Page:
G. Guttormsen, B. R. Singh, A. S. Jeng, Fertilizer Research 41 (1995) 27-32.
C. K. Bempah, A. B. Kwofie, A. O. Tutu, D. Denutsui, N. Bentil, Elixir International Journal 39 (2011) 4921-4926.
N. Ercal, H. Gurer-Orhan, N. Aykin-Burns, Current Topics in Medicinal Chemistry 1 (2001) 529-539.
C. C. Reddy, R. W. Scholz, E. J.Massaro, Toxicology and Applied Pharmacology 61 (1981) 460-468.
D. H. Jang, R.S. Hoffman, Neurologic Clinics 29 (2011) 607-622.
G. W. Buchko, N. J. Hess, M. A. Kennedy, Carcinogenesis 21 (2000) 1051-1057.
F. Thevenod, W.K. Lee, Metal Ions in Life Sciences 11 (2013) 415-490.
ATSDR, Agency for Toxic Substances and Disease Registry. Toxicological profile for lead. Division of Toxicology and Environmental Medicine, Atlanta, GA, 2007. http://www.atsdr.cdc.gov/toxprofiles/tp13-p.pdf (Accessed on 8th October, 2017).
ATSDR. Agency for Toxic Substances and Disease Registry. Case studies in environmental medicine (CSEM). Lead toxicity. Course WB 1105. Atlanta GA, 2010.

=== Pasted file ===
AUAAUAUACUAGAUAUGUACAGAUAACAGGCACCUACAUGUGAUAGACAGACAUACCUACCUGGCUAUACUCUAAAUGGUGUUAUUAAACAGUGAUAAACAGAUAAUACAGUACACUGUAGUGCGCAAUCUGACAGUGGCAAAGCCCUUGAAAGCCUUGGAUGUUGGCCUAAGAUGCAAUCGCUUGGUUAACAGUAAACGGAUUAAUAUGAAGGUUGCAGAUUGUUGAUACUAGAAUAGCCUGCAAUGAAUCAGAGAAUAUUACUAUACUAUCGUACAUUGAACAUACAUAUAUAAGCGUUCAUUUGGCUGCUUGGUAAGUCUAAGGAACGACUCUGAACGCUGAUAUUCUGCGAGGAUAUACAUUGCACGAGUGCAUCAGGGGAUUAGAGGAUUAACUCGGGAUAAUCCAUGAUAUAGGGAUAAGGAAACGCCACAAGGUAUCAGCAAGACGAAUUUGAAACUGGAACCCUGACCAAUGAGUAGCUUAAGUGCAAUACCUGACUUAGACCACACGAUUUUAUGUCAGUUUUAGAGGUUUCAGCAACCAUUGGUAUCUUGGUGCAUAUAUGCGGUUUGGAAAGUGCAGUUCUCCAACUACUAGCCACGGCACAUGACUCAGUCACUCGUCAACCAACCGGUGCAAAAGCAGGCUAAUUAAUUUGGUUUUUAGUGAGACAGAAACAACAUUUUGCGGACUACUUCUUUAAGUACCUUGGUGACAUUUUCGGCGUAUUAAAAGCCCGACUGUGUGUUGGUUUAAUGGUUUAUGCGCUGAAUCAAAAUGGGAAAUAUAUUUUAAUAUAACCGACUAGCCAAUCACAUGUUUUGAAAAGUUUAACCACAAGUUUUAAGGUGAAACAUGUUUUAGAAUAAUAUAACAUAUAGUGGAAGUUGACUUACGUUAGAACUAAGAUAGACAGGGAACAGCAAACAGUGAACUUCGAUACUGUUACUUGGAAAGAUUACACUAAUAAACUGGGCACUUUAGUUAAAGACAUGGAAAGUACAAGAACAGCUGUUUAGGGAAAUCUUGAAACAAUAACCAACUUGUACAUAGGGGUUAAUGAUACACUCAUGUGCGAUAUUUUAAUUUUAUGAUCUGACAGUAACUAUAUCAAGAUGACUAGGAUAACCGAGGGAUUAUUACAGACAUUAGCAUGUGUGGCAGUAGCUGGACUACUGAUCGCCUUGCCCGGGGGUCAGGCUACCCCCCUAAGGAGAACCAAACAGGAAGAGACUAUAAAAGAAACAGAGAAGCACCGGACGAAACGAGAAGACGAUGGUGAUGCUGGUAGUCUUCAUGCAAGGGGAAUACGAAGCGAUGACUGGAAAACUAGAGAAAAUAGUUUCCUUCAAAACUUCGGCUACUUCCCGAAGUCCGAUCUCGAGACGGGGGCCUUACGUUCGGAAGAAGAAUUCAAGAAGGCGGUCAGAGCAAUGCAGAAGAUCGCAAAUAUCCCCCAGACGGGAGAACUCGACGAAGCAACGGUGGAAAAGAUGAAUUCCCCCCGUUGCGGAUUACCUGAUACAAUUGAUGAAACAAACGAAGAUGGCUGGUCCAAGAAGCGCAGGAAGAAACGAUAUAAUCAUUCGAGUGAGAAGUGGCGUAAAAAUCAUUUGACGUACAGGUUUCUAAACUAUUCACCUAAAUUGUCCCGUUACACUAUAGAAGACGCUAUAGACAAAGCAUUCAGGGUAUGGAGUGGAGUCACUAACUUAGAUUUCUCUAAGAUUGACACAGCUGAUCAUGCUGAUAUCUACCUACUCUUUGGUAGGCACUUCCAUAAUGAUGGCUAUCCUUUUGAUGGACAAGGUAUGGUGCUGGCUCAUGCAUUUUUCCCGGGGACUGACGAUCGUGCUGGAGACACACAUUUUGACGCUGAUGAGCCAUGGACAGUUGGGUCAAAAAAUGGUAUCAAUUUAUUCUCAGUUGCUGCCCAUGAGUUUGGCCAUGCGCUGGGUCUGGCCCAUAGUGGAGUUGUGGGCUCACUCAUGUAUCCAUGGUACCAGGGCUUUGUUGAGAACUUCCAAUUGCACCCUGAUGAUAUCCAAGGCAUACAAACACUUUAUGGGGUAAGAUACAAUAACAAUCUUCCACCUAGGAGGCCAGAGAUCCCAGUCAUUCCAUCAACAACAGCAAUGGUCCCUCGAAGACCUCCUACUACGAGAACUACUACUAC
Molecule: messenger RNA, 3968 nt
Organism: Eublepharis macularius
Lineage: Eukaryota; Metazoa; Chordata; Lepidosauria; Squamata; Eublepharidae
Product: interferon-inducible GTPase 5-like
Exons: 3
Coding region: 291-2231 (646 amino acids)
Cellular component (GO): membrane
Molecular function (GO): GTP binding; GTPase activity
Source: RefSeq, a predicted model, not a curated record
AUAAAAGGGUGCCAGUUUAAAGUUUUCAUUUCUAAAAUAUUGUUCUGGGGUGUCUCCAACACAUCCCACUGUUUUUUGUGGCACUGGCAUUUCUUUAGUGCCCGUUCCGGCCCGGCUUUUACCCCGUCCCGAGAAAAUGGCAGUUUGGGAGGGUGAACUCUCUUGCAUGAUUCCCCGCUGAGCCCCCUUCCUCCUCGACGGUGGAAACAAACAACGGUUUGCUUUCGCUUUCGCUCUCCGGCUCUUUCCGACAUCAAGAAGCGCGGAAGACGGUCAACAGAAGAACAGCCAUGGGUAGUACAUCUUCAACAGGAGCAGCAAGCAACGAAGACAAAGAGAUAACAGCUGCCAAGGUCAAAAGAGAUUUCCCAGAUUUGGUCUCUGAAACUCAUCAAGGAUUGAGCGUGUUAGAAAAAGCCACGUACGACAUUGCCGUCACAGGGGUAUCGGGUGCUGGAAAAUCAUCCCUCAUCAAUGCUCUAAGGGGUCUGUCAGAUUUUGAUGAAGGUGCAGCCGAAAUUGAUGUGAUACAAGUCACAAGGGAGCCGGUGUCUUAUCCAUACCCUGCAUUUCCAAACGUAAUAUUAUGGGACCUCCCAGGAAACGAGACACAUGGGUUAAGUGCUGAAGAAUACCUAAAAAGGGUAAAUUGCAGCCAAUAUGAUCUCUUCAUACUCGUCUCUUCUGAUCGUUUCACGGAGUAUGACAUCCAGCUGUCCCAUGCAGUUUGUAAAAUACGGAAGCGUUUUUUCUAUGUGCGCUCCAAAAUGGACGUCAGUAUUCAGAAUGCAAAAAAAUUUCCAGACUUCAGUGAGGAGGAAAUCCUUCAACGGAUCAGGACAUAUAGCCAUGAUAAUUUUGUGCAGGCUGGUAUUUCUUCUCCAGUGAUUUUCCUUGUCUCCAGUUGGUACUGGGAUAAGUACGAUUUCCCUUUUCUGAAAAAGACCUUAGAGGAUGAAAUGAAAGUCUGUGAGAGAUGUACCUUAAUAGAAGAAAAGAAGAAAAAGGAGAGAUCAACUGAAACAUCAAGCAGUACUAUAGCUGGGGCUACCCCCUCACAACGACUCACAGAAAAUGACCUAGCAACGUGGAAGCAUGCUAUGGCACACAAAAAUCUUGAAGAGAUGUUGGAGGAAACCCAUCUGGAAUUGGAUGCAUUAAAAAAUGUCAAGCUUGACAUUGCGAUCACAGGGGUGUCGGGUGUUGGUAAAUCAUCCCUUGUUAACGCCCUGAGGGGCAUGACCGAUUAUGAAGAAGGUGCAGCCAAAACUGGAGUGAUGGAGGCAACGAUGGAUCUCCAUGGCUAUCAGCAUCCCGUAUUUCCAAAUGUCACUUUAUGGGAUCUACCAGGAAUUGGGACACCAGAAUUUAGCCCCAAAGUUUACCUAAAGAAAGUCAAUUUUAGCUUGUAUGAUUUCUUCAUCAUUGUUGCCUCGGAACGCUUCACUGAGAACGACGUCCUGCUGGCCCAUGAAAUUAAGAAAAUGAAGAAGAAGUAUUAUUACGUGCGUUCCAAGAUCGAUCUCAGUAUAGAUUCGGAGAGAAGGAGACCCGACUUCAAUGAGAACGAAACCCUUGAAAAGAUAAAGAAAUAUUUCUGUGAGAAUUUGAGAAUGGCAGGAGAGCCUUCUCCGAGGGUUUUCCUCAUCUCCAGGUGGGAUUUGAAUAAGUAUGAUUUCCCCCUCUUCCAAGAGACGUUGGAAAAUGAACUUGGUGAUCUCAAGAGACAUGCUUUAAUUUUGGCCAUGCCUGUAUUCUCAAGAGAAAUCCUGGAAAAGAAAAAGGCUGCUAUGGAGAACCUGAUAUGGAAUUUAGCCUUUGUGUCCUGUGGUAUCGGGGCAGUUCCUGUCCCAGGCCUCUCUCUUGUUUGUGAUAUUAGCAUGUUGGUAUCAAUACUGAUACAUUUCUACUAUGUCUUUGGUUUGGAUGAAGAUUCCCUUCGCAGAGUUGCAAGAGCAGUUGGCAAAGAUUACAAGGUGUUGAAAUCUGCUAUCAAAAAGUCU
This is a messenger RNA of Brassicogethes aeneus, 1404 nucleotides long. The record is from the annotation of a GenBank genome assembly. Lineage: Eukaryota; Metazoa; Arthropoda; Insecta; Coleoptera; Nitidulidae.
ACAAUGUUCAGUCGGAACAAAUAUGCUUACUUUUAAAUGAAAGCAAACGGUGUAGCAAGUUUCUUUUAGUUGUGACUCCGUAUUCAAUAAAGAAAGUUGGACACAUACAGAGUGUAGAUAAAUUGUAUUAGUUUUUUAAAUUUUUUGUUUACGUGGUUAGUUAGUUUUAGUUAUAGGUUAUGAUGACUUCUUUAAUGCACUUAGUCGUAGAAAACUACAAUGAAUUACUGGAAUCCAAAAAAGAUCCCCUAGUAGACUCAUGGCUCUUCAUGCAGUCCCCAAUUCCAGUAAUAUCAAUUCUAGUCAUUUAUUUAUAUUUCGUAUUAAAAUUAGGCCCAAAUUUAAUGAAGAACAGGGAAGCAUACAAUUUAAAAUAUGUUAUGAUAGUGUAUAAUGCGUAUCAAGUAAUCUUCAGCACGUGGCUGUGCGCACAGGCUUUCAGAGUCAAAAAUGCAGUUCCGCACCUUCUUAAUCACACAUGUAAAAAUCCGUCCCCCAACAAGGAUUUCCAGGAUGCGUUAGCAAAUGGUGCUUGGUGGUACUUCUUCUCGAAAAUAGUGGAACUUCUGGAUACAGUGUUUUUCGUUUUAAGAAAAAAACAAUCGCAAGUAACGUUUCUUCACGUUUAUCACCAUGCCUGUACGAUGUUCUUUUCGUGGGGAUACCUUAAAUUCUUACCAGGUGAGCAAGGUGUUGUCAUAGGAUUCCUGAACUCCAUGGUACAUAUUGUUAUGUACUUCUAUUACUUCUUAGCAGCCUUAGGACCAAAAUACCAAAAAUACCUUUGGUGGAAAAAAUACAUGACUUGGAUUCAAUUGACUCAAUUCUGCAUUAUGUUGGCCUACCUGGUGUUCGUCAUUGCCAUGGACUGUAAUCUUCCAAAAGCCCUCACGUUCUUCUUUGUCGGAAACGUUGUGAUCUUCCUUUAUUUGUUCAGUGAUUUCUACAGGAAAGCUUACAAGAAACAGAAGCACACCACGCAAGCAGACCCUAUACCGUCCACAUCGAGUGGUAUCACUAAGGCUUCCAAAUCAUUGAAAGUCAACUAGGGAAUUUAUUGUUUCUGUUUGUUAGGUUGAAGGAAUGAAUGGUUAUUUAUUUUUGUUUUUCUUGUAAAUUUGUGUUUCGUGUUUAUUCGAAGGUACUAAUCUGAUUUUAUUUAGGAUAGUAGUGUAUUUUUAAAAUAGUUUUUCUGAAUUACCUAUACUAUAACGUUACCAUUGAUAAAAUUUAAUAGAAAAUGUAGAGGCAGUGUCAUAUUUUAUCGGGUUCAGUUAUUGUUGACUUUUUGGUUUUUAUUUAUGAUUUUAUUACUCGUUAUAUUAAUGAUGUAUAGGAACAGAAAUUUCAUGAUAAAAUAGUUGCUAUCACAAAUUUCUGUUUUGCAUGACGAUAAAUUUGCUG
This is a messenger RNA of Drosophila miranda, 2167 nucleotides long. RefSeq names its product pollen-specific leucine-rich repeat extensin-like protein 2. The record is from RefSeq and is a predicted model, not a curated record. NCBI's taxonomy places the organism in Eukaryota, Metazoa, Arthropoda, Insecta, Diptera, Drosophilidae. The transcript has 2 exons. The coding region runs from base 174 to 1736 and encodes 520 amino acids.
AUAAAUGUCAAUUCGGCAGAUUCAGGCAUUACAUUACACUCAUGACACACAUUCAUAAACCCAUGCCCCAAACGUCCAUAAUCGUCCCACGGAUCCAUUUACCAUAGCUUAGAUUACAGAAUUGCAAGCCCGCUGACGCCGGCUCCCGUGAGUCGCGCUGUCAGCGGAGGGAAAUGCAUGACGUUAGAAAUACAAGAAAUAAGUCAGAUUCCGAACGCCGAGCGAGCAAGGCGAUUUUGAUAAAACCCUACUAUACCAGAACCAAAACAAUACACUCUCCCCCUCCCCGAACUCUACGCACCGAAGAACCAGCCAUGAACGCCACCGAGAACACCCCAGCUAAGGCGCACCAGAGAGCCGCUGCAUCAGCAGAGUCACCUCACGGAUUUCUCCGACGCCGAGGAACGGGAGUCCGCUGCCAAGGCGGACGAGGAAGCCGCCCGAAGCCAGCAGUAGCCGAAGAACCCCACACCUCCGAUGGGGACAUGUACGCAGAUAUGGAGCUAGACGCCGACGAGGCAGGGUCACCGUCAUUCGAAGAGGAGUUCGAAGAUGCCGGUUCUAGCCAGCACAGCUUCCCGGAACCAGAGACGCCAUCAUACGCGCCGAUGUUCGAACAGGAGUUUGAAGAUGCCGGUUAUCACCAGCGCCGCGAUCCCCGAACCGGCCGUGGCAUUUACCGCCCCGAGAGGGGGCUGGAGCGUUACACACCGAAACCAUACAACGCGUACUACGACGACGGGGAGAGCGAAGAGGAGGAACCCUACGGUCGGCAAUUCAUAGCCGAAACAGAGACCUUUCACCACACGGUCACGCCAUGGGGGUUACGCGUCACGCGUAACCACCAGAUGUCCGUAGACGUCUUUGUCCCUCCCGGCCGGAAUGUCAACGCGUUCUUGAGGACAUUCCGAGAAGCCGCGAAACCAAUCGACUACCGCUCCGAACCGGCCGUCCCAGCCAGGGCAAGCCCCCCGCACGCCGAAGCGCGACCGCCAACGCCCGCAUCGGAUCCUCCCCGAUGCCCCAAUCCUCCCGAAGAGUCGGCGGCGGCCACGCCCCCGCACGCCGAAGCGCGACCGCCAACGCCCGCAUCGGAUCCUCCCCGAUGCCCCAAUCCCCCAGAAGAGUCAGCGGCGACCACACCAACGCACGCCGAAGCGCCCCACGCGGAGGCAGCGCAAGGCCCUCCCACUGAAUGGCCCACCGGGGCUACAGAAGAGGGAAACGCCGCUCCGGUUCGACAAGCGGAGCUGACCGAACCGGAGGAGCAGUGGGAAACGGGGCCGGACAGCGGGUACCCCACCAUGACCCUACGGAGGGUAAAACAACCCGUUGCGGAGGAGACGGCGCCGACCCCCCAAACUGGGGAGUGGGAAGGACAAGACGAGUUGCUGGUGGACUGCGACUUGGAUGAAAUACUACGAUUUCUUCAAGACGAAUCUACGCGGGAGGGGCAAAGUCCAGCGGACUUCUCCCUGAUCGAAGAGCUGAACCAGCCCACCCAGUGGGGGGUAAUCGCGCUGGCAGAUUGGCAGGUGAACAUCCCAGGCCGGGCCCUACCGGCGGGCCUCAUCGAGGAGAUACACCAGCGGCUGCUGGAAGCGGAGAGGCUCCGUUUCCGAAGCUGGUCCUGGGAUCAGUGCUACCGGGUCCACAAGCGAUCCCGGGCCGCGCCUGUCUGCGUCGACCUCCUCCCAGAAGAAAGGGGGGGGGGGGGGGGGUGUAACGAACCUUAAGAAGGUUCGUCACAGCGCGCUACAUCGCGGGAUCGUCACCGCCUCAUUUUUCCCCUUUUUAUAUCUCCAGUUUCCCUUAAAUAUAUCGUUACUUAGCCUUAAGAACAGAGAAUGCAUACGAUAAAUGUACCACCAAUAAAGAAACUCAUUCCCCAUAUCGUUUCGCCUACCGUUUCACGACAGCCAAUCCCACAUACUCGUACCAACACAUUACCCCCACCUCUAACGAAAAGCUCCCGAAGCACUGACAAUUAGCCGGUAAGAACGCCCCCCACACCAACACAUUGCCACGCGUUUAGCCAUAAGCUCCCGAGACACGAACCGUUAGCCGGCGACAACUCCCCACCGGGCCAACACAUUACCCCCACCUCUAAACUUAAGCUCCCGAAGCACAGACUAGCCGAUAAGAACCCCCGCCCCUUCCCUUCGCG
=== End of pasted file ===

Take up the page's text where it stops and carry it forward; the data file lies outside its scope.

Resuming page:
ATSDR. Agency for Toxic Substances and Disease Registry. Toxicological profile for cadmium, US Department of Health and Human Services, Atlanta, GA. 2012, pp 1-487.
WHO. World health Organization. Nigeria: Mass lead poisoning from mining activities, Zamfara State, 2010. http://www.who.int/csr/don/2010_07_07/en/ (Accessed on 8th October, 2017).
Articles are published under the terms and conditions of the
Creative Commons Attribution license 4.0 International.